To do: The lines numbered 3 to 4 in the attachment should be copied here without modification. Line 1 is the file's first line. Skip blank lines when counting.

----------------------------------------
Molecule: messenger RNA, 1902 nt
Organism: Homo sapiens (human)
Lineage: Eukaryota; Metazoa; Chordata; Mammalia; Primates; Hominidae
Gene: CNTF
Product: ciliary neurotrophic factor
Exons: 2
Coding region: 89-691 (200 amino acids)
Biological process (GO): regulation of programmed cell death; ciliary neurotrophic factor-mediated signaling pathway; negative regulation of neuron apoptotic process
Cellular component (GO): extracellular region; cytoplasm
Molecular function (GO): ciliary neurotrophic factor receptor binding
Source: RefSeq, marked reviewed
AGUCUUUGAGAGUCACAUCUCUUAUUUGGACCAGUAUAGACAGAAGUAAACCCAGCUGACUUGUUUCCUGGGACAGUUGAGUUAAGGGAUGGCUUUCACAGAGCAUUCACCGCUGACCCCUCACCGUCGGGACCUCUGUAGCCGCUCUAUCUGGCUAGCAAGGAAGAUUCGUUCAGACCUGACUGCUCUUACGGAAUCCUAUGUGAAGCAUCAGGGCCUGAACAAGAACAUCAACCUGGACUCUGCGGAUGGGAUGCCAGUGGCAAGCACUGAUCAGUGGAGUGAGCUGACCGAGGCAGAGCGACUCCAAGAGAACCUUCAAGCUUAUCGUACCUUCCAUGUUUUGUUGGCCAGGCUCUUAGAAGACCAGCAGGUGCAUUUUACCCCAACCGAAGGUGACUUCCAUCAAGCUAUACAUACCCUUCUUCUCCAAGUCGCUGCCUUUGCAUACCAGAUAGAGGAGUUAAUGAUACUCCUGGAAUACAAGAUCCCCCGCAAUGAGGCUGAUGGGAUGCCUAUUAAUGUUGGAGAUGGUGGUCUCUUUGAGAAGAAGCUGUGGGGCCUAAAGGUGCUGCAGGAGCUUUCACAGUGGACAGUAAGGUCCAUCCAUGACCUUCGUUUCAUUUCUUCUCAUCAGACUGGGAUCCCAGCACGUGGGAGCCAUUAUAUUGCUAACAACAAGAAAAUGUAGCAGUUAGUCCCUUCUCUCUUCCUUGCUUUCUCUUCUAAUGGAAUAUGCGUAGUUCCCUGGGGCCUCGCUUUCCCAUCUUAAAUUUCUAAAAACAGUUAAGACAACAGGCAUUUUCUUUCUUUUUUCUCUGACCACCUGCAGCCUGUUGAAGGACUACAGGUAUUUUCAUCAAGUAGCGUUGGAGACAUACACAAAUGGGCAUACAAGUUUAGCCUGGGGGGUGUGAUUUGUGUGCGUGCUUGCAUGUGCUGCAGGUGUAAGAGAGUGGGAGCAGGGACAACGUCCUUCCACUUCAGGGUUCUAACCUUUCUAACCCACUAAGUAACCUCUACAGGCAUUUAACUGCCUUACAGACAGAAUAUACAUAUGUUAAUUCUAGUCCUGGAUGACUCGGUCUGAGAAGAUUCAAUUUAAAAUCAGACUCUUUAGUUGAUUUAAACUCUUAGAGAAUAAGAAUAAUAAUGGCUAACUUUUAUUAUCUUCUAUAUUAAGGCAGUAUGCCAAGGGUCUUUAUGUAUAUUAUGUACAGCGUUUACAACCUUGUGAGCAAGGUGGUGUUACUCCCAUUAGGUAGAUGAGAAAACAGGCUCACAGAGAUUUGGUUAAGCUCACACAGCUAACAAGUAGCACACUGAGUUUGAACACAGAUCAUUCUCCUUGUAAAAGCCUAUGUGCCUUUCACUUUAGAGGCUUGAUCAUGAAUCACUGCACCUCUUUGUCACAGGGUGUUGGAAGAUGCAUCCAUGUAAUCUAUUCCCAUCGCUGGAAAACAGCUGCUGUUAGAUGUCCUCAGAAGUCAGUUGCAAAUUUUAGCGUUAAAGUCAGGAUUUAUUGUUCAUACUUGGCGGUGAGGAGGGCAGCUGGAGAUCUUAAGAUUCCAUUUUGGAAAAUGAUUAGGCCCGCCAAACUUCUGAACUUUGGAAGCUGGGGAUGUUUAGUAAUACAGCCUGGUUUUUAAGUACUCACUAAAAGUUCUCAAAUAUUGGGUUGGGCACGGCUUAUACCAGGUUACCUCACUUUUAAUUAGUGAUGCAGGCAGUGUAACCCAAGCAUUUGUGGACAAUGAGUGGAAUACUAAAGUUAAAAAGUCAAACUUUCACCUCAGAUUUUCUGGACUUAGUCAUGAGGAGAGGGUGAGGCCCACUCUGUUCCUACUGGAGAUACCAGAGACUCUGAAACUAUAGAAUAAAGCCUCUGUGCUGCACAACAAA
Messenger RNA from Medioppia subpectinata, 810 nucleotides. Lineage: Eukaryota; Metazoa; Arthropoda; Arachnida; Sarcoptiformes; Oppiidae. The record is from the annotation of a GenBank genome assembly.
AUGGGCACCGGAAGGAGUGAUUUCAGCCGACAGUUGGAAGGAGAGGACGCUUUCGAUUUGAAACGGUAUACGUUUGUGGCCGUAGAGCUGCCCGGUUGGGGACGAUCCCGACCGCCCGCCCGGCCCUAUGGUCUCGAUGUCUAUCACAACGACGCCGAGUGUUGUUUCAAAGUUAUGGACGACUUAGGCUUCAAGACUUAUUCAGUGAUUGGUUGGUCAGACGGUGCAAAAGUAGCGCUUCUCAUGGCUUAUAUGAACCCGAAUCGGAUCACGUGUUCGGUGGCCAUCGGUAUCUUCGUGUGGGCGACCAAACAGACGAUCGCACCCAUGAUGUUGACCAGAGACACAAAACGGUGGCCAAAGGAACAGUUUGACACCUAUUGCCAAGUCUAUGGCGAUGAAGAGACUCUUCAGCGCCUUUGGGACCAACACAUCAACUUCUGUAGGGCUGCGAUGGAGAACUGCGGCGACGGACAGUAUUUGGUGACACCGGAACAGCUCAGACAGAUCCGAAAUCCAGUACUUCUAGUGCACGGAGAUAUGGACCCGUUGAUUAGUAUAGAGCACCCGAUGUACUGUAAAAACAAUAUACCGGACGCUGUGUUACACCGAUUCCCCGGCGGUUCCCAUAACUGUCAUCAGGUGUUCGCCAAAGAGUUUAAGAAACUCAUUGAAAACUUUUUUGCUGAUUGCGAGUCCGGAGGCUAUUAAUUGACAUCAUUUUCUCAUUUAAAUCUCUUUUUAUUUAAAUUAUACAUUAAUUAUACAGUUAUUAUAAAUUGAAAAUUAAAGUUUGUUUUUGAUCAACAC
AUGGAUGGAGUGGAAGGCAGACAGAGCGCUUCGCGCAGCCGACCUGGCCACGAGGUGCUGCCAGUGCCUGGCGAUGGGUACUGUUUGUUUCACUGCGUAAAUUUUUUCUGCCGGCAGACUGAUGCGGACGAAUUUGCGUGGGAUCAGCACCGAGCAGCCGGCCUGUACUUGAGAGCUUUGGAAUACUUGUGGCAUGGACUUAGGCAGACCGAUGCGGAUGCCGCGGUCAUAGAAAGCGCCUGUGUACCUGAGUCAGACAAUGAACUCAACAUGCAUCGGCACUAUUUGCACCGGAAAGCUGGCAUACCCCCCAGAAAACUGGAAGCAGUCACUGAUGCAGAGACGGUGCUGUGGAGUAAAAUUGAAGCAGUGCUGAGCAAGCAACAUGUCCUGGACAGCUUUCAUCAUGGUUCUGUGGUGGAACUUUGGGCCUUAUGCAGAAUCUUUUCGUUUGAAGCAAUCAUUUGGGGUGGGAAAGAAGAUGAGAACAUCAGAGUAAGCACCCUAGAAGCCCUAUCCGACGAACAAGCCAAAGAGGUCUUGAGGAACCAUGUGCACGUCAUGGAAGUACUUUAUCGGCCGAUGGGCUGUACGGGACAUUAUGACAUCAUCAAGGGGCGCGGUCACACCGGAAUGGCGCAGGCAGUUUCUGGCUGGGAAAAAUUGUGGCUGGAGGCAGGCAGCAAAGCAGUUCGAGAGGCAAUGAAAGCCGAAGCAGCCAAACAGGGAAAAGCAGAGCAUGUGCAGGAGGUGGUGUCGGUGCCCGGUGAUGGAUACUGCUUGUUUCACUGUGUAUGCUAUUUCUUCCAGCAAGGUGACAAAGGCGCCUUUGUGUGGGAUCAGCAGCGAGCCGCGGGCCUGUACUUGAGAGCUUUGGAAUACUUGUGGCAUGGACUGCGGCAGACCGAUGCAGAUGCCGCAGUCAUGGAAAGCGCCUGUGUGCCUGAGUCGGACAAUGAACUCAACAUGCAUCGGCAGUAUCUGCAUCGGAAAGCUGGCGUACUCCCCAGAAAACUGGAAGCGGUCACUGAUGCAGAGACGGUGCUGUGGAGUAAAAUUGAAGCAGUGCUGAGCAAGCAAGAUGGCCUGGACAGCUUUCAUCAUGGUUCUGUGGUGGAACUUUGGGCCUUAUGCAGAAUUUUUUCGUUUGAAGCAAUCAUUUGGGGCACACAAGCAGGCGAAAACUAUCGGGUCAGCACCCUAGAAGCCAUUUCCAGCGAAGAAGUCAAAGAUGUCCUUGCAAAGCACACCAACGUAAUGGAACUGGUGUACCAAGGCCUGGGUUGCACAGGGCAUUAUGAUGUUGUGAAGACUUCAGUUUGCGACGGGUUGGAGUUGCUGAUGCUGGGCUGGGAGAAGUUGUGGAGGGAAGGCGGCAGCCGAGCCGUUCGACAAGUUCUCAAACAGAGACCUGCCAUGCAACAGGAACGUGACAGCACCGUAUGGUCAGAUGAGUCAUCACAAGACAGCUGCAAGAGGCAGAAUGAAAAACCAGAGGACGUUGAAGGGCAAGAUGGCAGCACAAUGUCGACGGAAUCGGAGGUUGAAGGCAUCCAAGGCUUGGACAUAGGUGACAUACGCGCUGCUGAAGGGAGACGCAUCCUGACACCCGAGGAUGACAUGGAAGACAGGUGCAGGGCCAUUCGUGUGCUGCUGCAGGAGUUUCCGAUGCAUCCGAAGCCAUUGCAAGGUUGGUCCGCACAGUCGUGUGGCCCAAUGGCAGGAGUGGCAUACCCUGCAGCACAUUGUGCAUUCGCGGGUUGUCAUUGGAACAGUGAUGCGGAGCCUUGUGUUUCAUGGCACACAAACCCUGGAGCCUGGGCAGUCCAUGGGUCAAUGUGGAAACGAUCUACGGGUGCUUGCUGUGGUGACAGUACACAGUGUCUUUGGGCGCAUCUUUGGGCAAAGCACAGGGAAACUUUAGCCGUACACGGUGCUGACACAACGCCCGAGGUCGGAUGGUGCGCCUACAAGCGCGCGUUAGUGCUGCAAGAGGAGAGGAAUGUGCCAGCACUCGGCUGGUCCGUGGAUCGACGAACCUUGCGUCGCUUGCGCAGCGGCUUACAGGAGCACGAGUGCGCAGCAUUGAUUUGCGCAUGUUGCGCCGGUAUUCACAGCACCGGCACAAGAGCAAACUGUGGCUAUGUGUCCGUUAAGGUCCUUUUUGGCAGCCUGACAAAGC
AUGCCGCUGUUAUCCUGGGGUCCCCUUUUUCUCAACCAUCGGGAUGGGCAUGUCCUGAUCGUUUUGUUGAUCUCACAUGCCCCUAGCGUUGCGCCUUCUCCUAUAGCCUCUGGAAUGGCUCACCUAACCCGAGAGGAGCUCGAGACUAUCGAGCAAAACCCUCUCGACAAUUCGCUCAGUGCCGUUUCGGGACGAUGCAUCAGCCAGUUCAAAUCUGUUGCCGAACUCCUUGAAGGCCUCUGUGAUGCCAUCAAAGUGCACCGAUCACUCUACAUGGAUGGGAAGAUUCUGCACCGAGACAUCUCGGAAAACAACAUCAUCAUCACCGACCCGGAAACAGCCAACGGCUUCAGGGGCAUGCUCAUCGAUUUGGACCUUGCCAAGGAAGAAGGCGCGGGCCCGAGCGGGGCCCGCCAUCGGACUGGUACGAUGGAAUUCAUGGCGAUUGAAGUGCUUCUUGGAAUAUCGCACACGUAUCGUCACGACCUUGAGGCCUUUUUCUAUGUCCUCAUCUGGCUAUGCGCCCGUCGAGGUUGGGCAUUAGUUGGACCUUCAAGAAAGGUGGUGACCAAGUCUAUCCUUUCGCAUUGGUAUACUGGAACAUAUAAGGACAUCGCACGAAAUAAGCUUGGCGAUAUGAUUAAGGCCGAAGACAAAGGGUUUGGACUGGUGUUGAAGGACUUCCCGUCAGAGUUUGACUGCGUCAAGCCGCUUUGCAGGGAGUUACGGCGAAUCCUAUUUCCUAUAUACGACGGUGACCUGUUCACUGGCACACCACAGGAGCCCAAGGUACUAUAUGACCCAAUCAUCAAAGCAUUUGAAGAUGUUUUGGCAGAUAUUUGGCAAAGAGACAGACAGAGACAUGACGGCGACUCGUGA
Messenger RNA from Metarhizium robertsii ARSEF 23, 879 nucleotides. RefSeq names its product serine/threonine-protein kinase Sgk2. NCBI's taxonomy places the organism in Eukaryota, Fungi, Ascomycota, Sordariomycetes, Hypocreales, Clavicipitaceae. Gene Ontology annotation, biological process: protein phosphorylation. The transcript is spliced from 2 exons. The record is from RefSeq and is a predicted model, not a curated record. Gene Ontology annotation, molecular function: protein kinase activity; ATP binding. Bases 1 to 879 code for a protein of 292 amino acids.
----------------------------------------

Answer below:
Lineage: Eukaryota; Metazoa; Chordata; Mammalia; Primates; Hominidae
Gene: CNTF